Scots speaking and Scots singing


It is common in theatre plays these days to hear Scottish actors speak English with a Scottish accent.  This may hint at the dearth of theatre opportunities for the current generation of young actors, whose principal work now seems to come from TV or film, and from contemporary rather than established texts.  It may also suggest that fewer these days have been trained to speak either Received Pronunciation or regional accents with confidence.  However, English with a Scottish accent seems to me to be a perfectly reasonable mode of performance address, as this is the language which all during my life I have heard in homes, workplaces and public spaces.

It wasn’t always thus in Scottish theatres. In the 1970s and 1980s the use of Scots language seemed to be in the ascendancy. There appeared to be an actual policy in the Scottish Theatre Company of the 1980s that their productions should be made more authentically Scottish by using the Scots language, following the practice of older playwrights like Robert Kemp and Robert McLellan.  I remember feeling that it worked well enough with the comedy of Kemp’s adaptation of Molière, Let Wives Tak Tent, but less so with the more serious narrative of Ibsen’s Ghosts.  That production benefitted from a Scots Presbyterian setting but regular references to “ghaists” and other Scots language words seemed merely to dilute its power.

Scots was also a very effective medium for a new play set in the past such as Liz Lochhead’s Mary Queen of Scots Got Her Head Chopped Off. However, actors in the political and populist  theatre productions of 7:84 and Wildcat opted for recognisable contemporary urban Scots accents, a dialected English.

It’s intriguing to compare drama performance with that of popular music. At that time, pop and rock songs were usually sung in an English or American accent depending on whether your vocal style was more influenced by David Bowie or Joe Strummer or Ian Curtis on one side or Elvis Presley or James Brown or Bob Dylan on the other.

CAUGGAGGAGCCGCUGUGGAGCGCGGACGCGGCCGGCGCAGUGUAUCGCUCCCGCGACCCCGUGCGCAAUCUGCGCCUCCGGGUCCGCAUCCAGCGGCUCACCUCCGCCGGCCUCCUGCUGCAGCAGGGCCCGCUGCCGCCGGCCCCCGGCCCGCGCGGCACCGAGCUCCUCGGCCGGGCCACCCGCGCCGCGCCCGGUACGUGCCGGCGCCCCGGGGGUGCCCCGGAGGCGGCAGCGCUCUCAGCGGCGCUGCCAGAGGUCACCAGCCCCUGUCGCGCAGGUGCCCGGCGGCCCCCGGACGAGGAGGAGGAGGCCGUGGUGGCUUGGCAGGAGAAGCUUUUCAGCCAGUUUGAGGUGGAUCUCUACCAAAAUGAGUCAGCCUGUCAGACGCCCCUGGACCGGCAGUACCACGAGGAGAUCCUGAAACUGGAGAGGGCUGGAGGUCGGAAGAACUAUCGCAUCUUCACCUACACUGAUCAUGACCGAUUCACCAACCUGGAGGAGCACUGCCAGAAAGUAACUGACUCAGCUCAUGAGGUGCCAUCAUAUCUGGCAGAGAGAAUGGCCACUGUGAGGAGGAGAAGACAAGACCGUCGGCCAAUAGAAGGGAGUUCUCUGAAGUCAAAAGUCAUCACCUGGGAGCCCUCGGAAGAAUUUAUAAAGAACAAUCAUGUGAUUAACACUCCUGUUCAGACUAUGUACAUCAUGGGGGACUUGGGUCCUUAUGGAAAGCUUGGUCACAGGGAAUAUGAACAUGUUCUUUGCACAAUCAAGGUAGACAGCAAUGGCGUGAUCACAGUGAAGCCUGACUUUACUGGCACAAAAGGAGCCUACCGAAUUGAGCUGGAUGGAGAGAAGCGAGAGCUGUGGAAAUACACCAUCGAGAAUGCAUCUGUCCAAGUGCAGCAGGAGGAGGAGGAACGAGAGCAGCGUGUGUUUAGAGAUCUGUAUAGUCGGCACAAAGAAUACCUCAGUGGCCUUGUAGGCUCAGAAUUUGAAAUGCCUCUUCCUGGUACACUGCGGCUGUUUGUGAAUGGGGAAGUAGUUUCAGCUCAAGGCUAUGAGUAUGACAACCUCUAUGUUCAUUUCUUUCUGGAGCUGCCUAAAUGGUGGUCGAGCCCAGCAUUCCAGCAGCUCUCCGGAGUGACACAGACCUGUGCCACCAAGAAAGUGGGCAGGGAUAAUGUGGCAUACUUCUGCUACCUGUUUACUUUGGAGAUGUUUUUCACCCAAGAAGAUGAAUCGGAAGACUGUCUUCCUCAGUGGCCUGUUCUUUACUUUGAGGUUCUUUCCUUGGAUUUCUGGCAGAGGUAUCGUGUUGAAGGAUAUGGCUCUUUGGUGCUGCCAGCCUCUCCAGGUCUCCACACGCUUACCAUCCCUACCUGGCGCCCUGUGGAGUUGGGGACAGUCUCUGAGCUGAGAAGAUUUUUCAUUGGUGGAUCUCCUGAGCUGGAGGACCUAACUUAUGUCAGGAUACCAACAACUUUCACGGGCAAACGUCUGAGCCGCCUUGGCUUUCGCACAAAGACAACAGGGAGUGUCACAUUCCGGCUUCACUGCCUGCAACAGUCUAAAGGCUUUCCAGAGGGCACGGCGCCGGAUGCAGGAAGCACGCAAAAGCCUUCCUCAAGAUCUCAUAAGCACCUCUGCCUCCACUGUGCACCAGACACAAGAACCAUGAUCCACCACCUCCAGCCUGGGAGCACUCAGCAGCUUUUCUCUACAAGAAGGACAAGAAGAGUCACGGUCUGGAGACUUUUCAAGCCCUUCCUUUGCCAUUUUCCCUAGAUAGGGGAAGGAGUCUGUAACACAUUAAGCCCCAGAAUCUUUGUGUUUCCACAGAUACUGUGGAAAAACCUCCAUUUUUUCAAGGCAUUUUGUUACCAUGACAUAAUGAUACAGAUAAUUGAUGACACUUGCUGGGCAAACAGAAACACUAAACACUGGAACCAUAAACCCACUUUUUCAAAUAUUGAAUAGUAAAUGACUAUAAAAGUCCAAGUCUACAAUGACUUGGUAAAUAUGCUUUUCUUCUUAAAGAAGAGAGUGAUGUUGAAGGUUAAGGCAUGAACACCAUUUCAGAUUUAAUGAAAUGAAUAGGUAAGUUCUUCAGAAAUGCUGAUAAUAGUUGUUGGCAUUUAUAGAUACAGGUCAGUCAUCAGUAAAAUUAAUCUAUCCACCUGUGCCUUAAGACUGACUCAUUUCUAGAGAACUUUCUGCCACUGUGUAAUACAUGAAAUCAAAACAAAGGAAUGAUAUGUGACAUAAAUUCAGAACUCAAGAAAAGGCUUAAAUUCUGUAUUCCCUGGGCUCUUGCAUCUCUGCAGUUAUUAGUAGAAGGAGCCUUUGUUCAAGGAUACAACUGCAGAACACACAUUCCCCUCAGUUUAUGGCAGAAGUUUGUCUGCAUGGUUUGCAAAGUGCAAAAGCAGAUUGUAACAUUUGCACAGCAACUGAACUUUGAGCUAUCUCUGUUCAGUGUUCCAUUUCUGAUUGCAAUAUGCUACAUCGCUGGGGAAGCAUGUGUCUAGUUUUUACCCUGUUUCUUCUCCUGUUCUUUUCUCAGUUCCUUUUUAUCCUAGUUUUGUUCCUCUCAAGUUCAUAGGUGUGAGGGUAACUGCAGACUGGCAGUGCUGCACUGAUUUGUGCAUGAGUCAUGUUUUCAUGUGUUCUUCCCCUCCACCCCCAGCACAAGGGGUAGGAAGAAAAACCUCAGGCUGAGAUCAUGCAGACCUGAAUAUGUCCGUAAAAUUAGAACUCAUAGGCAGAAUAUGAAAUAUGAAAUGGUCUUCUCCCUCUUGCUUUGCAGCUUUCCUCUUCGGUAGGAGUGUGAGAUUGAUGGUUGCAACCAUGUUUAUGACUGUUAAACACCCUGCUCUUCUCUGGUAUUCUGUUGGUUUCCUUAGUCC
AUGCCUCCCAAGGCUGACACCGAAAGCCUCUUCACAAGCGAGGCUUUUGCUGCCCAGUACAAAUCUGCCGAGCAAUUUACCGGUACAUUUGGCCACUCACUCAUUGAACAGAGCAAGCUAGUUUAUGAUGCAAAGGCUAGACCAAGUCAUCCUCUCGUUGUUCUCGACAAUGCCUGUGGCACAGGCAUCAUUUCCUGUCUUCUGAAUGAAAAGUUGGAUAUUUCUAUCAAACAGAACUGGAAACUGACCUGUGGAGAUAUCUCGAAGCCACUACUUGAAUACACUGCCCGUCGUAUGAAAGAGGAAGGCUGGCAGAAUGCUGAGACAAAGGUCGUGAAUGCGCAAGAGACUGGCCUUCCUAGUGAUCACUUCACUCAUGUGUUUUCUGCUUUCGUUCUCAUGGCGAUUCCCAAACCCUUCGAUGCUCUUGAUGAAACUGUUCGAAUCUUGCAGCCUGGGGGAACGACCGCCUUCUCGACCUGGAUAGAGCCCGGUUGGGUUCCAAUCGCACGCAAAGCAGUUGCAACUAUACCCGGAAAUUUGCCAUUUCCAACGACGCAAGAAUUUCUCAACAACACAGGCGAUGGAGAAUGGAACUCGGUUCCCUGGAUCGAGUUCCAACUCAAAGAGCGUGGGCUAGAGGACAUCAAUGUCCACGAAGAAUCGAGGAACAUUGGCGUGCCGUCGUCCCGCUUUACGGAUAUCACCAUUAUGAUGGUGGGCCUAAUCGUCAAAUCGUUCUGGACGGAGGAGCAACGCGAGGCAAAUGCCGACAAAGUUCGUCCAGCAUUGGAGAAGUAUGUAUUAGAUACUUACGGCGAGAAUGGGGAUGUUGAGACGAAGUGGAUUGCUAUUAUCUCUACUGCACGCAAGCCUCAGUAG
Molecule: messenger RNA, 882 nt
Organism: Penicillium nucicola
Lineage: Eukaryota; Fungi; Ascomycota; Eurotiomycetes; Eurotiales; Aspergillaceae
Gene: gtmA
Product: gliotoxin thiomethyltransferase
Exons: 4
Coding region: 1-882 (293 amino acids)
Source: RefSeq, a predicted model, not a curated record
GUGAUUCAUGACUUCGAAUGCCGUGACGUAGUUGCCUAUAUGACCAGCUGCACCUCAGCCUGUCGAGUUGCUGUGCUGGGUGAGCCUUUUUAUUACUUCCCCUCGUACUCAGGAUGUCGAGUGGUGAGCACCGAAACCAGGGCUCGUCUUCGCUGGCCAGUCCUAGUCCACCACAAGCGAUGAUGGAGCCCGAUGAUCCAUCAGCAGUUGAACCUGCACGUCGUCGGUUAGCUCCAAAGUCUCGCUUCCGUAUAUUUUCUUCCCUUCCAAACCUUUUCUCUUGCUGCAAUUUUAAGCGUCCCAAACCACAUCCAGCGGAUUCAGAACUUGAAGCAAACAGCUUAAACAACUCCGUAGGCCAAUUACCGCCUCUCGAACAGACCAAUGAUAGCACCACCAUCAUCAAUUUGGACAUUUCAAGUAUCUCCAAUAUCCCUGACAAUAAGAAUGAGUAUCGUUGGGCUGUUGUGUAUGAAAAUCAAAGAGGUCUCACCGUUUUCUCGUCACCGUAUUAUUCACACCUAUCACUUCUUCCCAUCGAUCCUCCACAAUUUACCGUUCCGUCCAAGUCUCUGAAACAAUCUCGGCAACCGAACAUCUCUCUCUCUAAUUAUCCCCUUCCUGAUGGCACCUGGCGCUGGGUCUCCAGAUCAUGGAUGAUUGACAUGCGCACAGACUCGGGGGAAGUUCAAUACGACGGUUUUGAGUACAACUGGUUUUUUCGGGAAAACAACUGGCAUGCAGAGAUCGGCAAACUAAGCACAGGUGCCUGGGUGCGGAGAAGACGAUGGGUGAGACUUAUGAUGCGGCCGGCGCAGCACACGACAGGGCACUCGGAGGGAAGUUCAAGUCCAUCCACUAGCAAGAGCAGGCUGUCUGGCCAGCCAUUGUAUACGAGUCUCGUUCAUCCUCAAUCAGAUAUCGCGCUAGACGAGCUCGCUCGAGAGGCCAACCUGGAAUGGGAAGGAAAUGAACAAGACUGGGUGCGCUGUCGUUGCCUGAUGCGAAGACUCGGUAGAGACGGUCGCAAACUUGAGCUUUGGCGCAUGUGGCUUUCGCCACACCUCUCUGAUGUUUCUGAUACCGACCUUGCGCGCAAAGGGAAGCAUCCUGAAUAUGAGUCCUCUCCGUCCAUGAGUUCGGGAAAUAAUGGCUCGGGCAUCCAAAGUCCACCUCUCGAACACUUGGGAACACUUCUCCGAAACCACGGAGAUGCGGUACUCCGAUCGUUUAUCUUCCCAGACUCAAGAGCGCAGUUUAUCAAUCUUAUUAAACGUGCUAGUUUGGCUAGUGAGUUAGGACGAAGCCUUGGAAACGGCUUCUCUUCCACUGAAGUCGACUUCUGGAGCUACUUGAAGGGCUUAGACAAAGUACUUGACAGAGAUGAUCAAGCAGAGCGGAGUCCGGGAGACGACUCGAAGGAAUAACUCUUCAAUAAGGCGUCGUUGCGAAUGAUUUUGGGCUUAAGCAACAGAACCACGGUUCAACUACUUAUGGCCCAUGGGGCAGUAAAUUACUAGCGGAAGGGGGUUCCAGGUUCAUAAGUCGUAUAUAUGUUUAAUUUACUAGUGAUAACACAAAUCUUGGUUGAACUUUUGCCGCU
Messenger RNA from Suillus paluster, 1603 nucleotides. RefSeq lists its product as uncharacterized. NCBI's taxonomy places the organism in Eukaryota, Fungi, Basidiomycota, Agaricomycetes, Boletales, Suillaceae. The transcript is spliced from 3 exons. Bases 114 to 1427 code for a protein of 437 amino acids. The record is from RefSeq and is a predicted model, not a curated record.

The first rock singer I can recall singing in a recognisably Scottish accent was Fay Fife of the Rezillos on their 1977/1978 songs “I Can’t Stand My Baby” and “Top of the Pops”. I remember John Peel once saying how struck he was by the way Fife sang the word “down” in “I can’t stand up, lemme sit down” in her distinctive mixed American/Scottish delivery.

The Proclaimers are possibly the most well known pop or rock musicians who sing in Scots accents.  To my taste, their work has often veered a bit too much towards the sentimental and the broadly rabble-rousing. However, when they first began, their singing in a broad Scots accent was genuinely radical and it certainly helped to give “Letter from America”  the timeless power which it has.

Their pioneering stance has been followed by more recent  Scottish bands like Arab Strap, the Delgados, Sons and Daughters, Frightened Rabbit and Admiral Fallow.  Perhaps singing in their natural Scots accents links to the folk influences many of these artists draw on. It certainly looks like a new default setting for Scottish popular music.

Education Scotland, the Scottish government’s education agency, makes great claims for the importance of the Scots language. To ignore this in schools, it says, is to insult the many young Scots who speak it regularly.  However, schools’ sympathy towards Scots has certainly not led to an increased popularity for Hugh MacDiarmid or Robert Garioch or Tom Leonard or any other artist in the language.  Why is the Scots writing of Robert Burns, a farmer from the pre-industrial 18th century, more frequently read than that of MacDiarmid, who was still alive at the time of the Sex Pistols?  If it is merely the modernist challenge of the latter’s work, why are the equally demanding modernist texts from the same period, Ulysses and The Waste Land, more often read and discussed in Scotland? My view is that Scottish young people may find a few Scots words useful to speak but do not generally consider Scots a natural language of everyday communication. They see it much like my generation did forty years ago, an important part of the Scottish past but less important as an present-day influence than that coming from England or America or continental Europe.

However, I did enjoy Education Scotland’s repetition of the quip that a language is merely a dialect with an army and a navy, pointing out that the way of speaking in any country which is most acceptable is a matter of historical fashion, the practice of the group or tribe which has at that time the greatest political power.  In the 1980s plays like Brian Friel’s Translations and Harold Pinter’s Mountain Language dealt with the idea of language as a tool of political oppression. Perhaps political changes in the next few years will lead to a growth in the regular speaking and writing in Scots as envisaged by the Scots Language Society and the Scots Language Centre.



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